Asbestos is tricky stuff. It’s in thousands of buildings around New Zealand - underneath tiles, behind walls, or in ceilings inside a range of materials.


Unfortunately, if it’s present in your home or place of work you may not know and it could be damaging your health every day. If you suspect there’s asbestos in your building or if you’re not sure, it’s essential that you hire an asbestos testing and removal expert to ensure the building is safe. Make sure you get the job done right by asking these seven key questions before getting started.


1. What asbestos removal licence do you hold?

To remove asbestos from a building in New Zealand, generally a Worksafe licence is required. Class-A licence holders can remove:

  • Friable asbestos (asbestos that is crumbling, breaking or in poor condition) or Asbestos-containing material (ACM).

  • Asbestos-contaminated dust or debris (ACD).

  • Non-friable asbestos or ACM.

Those with a Class B license can only remove non-friable asbestos and any dust that is created during removal. Unlicensed persons are permitted to remove asbestos but only if it’s in good condition and under 10 sqm in total area. 

Read more - The difference between Class A & Class B asbestos removal

2. Do you have any qualifications or references from past clients?

There are no mandatory qualifications required to perform asbestos testing or surveying. However, it’s worth asking whichever professional you approach if they’re accredited under the International Organisation for Standardisation and if they hold any other relevant qualifications.

It’s also a good idea to ask for references from previous clients of an asbestos testing professional before you engage them. A legitimate company will be happy to provide these details and it will give you a chance to ensure you’re hiring someone who can do the job well.


Download our free guide on everything to do with managing asbestos


3. Which type of asbestos survey is right for me? 

There are three main types of asbestos survey:

  1. Asbestos management surveys - Ideal for most building owners who suspect there is asbestos in their home and do not plan to renovate.

  2. Renovation/demolition survey - If you’re aware of asbestos in your home, if it was constructed before 1 January, 2000 or if you’re unsure, you are legally required to perform an asbestos renovation/demolition survey if you plan to refurbish or demolish your building.

  3. Contamination surveys - if you suspect your home has been contaminated with asbestos this is the right survey for you.


Make sure you understand the difference between each survey before work starts, and ask the asbestos professional if you’re not sure. In some cases, a combination of all three survey types may be required.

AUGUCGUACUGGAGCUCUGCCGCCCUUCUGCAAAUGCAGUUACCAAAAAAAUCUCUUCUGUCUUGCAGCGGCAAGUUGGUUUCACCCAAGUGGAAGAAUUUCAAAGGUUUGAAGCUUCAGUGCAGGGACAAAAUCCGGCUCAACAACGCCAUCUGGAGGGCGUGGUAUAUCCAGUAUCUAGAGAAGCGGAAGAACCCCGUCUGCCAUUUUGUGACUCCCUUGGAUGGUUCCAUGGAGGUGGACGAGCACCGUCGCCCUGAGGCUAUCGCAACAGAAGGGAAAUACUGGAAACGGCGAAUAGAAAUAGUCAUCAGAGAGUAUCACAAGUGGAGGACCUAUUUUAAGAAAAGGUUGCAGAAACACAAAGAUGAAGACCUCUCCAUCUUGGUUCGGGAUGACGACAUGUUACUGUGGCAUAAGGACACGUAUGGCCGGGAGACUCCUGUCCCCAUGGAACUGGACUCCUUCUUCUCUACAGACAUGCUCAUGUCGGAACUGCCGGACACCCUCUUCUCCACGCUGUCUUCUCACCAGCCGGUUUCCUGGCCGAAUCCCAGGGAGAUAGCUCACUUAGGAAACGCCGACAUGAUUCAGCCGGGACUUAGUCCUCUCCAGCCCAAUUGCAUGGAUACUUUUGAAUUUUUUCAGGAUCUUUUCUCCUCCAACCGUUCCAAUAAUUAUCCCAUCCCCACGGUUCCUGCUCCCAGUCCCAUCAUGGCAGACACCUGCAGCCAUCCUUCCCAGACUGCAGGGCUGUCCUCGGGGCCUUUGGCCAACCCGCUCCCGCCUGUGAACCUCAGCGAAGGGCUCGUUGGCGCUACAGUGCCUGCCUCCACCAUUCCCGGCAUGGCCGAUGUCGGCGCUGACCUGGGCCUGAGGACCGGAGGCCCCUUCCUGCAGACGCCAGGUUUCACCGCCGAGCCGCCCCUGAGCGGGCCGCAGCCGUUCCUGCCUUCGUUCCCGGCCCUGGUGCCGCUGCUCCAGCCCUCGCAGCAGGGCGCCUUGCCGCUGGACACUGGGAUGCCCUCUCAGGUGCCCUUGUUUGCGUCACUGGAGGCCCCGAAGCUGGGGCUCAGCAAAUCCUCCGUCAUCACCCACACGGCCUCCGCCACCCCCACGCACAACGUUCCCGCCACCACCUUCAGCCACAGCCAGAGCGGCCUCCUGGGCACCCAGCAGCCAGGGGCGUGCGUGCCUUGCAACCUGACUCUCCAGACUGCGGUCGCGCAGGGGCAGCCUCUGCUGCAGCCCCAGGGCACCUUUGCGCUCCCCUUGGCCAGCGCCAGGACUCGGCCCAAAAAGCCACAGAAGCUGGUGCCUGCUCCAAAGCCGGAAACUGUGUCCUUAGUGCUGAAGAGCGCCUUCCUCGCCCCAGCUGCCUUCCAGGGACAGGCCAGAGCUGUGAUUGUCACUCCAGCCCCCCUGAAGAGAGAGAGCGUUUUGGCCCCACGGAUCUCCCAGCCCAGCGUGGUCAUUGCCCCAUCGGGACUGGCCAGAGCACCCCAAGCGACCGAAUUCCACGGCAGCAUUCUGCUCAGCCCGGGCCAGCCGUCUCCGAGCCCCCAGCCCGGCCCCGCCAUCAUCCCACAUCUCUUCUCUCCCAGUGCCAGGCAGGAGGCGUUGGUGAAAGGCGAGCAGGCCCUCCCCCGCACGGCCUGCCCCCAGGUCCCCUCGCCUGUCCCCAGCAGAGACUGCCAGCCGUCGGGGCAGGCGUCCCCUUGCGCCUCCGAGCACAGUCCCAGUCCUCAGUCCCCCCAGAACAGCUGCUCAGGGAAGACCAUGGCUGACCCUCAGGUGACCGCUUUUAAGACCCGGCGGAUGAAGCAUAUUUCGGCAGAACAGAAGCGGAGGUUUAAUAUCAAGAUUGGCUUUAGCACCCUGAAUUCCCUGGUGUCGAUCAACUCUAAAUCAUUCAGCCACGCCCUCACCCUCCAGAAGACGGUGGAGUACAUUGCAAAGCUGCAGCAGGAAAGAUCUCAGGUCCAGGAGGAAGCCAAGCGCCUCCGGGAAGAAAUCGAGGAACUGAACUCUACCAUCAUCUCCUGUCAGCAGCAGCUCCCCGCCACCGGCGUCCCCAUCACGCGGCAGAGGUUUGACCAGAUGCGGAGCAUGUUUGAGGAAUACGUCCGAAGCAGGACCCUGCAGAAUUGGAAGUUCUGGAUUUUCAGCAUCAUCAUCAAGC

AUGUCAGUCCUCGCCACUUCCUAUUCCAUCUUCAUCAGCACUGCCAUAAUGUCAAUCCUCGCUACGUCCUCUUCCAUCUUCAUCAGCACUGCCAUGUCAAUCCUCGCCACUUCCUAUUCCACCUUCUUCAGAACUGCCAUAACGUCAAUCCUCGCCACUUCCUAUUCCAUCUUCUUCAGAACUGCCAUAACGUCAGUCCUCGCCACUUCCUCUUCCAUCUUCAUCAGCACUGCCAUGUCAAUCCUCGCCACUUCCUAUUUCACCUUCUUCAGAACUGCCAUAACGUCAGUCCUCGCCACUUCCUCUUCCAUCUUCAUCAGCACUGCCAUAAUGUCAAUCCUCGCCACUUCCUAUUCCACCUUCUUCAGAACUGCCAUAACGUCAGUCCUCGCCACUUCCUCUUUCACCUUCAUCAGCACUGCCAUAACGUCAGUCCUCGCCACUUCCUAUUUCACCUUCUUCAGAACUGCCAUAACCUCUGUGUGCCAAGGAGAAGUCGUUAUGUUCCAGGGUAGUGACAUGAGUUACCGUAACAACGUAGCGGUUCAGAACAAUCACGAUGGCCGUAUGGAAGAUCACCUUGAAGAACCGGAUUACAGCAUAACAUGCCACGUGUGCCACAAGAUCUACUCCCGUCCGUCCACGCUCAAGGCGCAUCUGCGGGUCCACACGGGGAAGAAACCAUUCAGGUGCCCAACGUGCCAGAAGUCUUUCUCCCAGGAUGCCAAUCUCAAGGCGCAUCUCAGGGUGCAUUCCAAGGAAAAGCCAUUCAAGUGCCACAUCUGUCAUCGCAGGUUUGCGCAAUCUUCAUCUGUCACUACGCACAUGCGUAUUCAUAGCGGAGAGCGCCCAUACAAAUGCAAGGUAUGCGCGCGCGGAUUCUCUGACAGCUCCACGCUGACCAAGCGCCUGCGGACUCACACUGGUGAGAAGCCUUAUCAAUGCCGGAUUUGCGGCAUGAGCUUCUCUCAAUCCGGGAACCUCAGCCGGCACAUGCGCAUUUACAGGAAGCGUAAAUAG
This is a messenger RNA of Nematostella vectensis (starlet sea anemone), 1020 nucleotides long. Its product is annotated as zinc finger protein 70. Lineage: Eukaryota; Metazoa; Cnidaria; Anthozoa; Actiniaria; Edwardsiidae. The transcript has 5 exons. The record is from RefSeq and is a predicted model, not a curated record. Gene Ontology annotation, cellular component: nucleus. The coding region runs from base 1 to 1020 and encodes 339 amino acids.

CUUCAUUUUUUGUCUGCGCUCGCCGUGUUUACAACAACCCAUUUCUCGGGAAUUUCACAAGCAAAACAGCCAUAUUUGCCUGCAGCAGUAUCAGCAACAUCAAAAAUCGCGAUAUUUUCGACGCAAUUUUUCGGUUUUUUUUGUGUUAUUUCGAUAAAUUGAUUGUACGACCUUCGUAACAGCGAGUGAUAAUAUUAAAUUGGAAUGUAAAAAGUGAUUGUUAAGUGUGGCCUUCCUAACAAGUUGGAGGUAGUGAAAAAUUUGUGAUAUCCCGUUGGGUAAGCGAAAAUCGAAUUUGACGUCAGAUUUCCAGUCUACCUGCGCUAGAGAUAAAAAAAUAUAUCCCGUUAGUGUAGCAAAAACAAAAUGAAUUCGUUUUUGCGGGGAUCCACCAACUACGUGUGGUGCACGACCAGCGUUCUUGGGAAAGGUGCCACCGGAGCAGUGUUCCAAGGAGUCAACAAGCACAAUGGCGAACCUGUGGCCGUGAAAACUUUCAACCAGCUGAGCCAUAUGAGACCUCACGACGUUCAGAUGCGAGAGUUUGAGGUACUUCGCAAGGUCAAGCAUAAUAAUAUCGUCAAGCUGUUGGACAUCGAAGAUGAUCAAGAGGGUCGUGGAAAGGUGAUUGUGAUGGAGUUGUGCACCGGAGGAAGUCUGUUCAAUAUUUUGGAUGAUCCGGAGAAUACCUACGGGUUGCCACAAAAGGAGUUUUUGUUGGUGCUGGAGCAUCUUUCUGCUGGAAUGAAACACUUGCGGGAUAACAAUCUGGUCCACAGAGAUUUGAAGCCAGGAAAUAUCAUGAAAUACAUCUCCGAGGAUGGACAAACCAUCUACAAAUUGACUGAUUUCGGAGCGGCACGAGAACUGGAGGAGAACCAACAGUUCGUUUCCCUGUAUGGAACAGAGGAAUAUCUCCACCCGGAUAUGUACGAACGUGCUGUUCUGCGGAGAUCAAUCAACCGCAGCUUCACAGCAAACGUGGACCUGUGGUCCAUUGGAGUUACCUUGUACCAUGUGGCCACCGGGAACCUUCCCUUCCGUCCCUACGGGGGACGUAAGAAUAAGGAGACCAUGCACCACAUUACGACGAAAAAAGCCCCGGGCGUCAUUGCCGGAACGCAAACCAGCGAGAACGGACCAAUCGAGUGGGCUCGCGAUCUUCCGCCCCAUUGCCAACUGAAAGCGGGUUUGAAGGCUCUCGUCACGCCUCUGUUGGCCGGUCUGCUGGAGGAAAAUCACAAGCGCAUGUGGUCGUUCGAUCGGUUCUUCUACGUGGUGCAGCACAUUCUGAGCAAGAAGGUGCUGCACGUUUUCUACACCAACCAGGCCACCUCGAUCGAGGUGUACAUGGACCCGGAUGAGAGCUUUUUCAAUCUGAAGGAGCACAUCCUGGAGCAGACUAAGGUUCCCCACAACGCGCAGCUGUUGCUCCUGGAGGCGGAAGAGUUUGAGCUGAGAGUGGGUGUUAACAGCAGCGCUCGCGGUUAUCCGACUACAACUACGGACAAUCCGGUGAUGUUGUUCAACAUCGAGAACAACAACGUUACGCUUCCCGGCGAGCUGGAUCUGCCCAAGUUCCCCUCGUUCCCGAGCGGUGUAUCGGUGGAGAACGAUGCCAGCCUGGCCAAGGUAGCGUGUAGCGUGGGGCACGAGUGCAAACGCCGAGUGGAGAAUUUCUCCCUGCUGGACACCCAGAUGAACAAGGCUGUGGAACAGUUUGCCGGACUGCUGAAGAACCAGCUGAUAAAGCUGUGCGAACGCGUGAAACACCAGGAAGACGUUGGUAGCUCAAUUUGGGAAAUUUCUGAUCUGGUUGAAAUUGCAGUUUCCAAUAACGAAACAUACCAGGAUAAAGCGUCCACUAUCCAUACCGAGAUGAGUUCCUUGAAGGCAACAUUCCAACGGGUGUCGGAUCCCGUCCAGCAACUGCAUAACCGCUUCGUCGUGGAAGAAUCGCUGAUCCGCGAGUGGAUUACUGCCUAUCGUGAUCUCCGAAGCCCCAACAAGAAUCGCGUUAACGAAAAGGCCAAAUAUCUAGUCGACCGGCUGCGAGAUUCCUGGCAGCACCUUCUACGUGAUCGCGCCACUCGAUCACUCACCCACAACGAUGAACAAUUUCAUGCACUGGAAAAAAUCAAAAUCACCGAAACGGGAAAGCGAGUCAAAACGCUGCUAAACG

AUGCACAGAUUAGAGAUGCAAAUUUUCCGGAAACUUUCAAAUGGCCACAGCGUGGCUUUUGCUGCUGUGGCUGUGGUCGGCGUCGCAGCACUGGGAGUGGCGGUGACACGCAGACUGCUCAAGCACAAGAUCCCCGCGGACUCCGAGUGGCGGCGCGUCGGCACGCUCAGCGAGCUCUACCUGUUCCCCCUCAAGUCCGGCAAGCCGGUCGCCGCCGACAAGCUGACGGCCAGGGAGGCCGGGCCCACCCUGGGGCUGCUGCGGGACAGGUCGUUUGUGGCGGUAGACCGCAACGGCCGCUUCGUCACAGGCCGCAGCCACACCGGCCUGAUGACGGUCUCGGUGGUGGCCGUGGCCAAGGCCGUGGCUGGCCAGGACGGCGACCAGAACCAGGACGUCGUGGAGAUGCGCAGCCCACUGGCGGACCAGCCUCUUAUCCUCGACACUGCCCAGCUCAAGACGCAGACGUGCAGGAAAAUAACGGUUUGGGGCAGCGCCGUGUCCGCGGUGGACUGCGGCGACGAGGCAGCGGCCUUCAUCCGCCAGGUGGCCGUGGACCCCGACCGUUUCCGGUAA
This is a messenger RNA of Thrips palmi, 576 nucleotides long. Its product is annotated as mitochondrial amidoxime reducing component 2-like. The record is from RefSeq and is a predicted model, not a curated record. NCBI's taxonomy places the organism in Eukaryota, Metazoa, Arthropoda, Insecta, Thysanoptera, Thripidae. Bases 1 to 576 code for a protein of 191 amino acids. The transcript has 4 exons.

4. What are the limitations of the survey and what can I do?

Ask your surveyor if they anticipate any challenges or issues that could limit the scope and/or effectiveness of the survey. These might include limited access to certain areas where asbestos testing needs to be carried out or health and safety issues when accessing tight spaces to perform intrusive testing. While your asbestos surveyor should be able to manage these themselves, it’s worth asking if you can help remove any limitations to ensure you get the most out of the survey.


A room that has been enclosed for asbestos removal

5. How long will I have to vacate the building while removal is underway?

Some asbestos removal jobs can be performed without the owner even leaving the building. Depending on the complexity of the removal and the extent of the asbestos in the structure, most other jobs are usually completed in between one and five days. This should be one of the first questions you ask when arranging for asbestos removal, so that you can make other accommodation arrangements as soon as possible if needed.



6. What will your report contain?

 Make sure you understand exactly what’s in the asbestos survey before you commit to purchasing it. To help you understand what to expect, asbestos-management reports generally contain the following sections:

  • An executive summary.

  • An introduction describing the work carried out.

  • Information about the building and the survey.

  • The results of the survey and all material assessment results.

  • Findings and conclusion of the survey, including recommended action to minimise and eliminate the hazard posed by asbestos.

  • Bulk analysis results if applicable.


Renovation and demolition surveys may include more in-depth information so it’s worth getting your asbestos testing professional to run you through what to expect before they get started.


7. Is asbestos removal the only option?

The safest way to manage asbestos is usually to remove it completely. However, in some cases it may be just as safe and far more cost-effective to encapsulate the asbestos using specialist materials such as epoxies, polyurethanes, or polyureas. These will either be sprayed or stuck over asbestos or ACMs to create a seal and protect it from damage, extend its life, and reduce any risk of fibre release.

The key to successfully managing and removing asbestos is to work with qualified and skilled professionals, and to communicate throughout the entire process. If you have any questions at all, or if you suspect there is asbestos in your building - get in contact with the industry-leading asbestos management team at Chemcare Auckland.

 Read more - What to do when you find asbestos in your home


If you need help with asbestos testing or removal, contact Chemcare. We'd be more than happy to help!


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